Analyzing the Benefits of a Rate Switch - Pre-Solar

Assuming that one can create a spreadsheet to model these different rates (not a small task in and of itself!) there is one more hangup - data. Both PWP and SCE report total monthly usage to customers on their tiered rate plans - but in order to analyze your potential bill under a TOU rate, you must have hourly usage data for every day of the year! (Because there are 8,760 hours in a [non-leap] year, such a usage data collection is typically referred to as an 8760 file.)

The standard meters that PWP has installed simply do not record that data, so the average PWP customer has no way to know whether they would save money by making the switch.

On the other hand, most SCE customers do have access to that data and they can download it from SCE’s website.

After you create an account, login to it and go the “My Account” page. On the left-hand-side you will see some options - click on “My Green Button Data” (the too cute by half name for the interval data you are seeking), select the data range for the past twelve months, set the download format to “csv” and check the account from which to download. Then press the “download” button and cross your fingers - in our experience, the SCE website fails about as often as it actually produces the data that you are seeking!

Modeling PWP

Given that PWP doesn’t have data available, is there any way to estimate what the results might be? The answer is, sort of. We took an 8760 data set from an SCE customer and used that as our test data for both PWP and SCE. (The data file does not identify the customer.) Since the data file has an entry for every hour of every day, we can segment the usage against the On-Peak and Off-Peak hours, and using a pivot table - probably the most powerful took in Excel - we can summarize those values over the course of the year, as you see in Figure 1.

PWP segmented usage

Figure 1 - Usage Profile for PWP

Summer months are highlighted in orange. For this specific energy usage profile, Off-Peak usage is more than twice that of the On-Peak usage (9,806 to 4,009 kWh respectively). So how does that work out when we apply the two different rate structures? The table in Figure 2 shows the details of the two rates:

PWP standard and TOU rates

Figure 2 - PWP Rates - Standard Residential and TOU

Under both rate plans, the distribution is tiered (with the perverse reverse incentive for usage above 750 kWh). Added to that is either the seasonally adjusted flat rate for energy, or the seasonally adjusted TOU energy charge.

Applying those rates to the Usage Profile in Figure 1 allows us to see what the energy and distribution components would be under both approaches. Given the hybrid nature of these rates, you might expect them to be similar and you would be correct. The distribution charge - which applies to both - comes to $1,180 for the year. The flat rate energy charge comes to $893, whereas the TOU charge is $985. Meaning that someone electing to use the TOU rate would have a yearly total of $2,165, whereas the flat rate user would have a total bill of $2,074, making the TOU rate - for this specific energy profile - 4% higher.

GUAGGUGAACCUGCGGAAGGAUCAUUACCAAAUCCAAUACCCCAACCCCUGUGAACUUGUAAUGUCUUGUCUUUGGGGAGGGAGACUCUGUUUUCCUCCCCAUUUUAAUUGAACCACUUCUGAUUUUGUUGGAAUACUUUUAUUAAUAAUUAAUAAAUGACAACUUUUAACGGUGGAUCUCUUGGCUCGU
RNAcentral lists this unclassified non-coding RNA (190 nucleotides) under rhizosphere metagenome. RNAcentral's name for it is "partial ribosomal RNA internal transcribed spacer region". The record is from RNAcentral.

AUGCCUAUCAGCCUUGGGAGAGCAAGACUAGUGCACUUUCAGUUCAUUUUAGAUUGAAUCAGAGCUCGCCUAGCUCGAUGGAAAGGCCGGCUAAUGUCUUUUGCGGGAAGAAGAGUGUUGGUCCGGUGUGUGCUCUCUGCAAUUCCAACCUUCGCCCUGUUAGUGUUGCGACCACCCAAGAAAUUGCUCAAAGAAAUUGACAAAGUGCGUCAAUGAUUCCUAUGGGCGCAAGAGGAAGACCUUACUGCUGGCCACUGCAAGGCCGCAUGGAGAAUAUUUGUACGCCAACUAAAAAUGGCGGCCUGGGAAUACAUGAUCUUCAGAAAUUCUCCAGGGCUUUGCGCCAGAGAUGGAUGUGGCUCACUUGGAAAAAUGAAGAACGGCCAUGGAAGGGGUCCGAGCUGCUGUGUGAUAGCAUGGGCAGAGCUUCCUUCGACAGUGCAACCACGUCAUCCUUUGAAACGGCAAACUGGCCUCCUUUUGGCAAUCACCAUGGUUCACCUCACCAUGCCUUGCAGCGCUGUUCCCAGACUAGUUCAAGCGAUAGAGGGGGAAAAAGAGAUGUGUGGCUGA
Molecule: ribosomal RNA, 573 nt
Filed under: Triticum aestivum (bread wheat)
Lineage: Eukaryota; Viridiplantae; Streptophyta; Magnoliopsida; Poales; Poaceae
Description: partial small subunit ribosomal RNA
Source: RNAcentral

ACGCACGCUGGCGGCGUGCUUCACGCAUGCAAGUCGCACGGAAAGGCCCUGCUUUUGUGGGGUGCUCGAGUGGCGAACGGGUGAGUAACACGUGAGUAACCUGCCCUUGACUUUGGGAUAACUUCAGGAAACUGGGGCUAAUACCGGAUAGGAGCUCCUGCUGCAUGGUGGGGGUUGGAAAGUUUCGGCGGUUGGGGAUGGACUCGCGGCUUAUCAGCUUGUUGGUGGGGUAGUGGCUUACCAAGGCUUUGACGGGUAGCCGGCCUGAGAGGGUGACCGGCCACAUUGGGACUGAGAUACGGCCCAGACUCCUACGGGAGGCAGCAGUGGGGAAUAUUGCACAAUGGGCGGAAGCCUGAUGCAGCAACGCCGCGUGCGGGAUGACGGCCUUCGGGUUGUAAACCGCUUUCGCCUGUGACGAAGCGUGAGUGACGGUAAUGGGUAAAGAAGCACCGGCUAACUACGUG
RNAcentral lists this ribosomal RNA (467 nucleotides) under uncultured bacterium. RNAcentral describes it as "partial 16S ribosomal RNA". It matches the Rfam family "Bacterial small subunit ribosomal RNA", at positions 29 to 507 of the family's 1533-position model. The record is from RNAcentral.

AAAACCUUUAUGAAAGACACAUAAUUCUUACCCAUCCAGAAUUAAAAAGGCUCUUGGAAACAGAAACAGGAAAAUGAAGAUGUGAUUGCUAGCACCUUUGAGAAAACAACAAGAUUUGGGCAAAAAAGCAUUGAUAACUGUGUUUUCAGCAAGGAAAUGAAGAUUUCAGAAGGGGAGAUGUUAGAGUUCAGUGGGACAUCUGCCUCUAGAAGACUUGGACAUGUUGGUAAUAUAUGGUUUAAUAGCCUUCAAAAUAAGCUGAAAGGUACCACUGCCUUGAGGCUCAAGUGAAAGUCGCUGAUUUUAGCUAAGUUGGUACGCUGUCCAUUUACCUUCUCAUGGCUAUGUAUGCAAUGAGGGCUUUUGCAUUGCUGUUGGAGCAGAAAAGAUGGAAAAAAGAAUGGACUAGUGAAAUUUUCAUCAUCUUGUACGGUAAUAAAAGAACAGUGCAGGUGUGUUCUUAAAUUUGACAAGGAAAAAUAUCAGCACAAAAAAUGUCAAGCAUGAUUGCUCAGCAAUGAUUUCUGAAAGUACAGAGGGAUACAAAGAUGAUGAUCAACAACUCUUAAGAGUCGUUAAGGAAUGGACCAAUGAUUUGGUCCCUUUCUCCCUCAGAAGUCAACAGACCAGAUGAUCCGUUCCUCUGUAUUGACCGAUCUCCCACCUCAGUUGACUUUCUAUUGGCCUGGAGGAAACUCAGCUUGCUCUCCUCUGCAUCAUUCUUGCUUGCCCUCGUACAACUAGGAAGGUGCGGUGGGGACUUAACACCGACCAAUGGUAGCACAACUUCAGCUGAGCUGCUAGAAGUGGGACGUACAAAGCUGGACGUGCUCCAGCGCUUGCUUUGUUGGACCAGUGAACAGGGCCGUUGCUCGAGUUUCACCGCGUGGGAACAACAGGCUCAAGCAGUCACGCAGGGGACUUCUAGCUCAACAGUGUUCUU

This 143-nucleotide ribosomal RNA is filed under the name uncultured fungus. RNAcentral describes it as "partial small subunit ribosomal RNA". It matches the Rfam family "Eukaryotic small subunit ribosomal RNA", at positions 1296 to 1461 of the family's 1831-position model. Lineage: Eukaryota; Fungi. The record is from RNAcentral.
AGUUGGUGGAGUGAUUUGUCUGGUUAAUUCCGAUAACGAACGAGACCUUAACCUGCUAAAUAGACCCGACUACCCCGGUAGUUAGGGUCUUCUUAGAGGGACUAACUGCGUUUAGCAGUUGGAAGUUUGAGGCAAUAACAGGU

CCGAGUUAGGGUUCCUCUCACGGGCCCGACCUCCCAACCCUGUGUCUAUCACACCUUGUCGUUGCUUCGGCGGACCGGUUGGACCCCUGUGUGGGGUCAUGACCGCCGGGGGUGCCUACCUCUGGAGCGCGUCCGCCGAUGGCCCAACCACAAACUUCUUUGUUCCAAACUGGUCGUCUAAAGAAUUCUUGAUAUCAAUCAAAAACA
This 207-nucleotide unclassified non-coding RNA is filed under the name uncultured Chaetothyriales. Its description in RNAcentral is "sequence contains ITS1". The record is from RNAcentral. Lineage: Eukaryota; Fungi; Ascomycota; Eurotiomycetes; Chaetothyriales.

Beyond that, PWP has a number of other charges - such as a public benefit charge, an underground surtax, and a transmission charge - that are only tied to total usage, so the ultimate difference between these two rates is even smaller.

Modeling SCE

SCE rate structures are significantly more complicated that PWP’s. For example, the tier 1 (aka baseline) allocation varies by location. Since SCE covers such a huge and diverse area from cool coastal regions to absolute deserts, customers are allocated more energy per day in their baseline depending upon where they live. In the area around Pasadena that is covered by SCE, a typical daily baseline allowance would be 13.3 kWh in the summer and 10.8 kWh in the non-summer months. The baseline then is that number times the number of days in the billing cycle. Tier 2 applies to every kWh above baseline, but below 200% of baseline. Tier 3 applies to everything beyond that. As with PWP, the tiered rate only applies to “delivery” charges. The energy generation charges are the same all year. Here’s what that rate structure looks like:

SCE Domestic Tiered rate

Figure 3 - SCE’s Tiered Domestic Rate

The first thing that you notice when you look at this rate is how much higher it is than the rates from PWP, and the end calculation bears that out - the same usage that resulted in an annual bill of $2,074 in Pasadena becomes $3,227 once you cross the border into Altadena, South Pasadena, San Marino, or Sierra Madre - an increase of 56%! (There’s a reason why a growing percentage of our clients are coming from those surrounding, SCE-territory communities!)

So what would happen if this beleaguered client were to shift to a TOU rate? First, we need to re-parse the usage data according to SCE’s more complicated segmentation scheme, which gives us Figure 4:

SCE segmented usage data

Figure 4 - SCE’s Segmented Usage Data

Once again, the On-Peak usage is the smallest category of the three, amounting to just 23% of total usage, compared to 42% in Off-Peak, and 35% in Super Off-Peak.

Of course, SCE can’t do anything in a simple fashion, so they have not one but two basic approaches to their TOU rates, Option A and Option B.  Option A rates run from a low of 13¢/kWh (in summer Super Off-Peak), to 29¢/kWh (during summer Off-Peak) to an eye-popping 44¢/kWh (during summer On-Peak).  However, Option A includes a credit of 9.9¢/kWh on the first baseline worth of energy which reduces the monthly bill by roughly $30.

Option B deletes that baseline credit and replaces it with a “meter charge” (even though it is the same meter!) of 53.8¢/kWh/day, or roughly $17/month.  In return, the On-Peak charges are significantly reduced from 44¢/kWh to just 32¢/kWh.

So how does this shake out?  The results are quite surprising, as shown in Figure 5.

SCE rate comparison - Tiered vs TOU

Figure 5 - SCE Rate Structure Comparison

The two left columns show the month-by-month calculations for both delivery (the tiered component) and generation (the flat component).  The two right columns show the month-by-month calculations for the two different TOU rates.

The bottom line is striking: under TOU-A there is a savings of 5% over the tiered rate, whereas the savings jump to 19% by going to TOU-B!  That is a savings of $600/year just by changing rate plans - a switch that any SCE customer can make.


The results displayed here are entirely dependent on your actual energy usage and no two usage profiles are alike.   It is possible, even likely, that some usage profiles will see an increase in bills under either TOU option.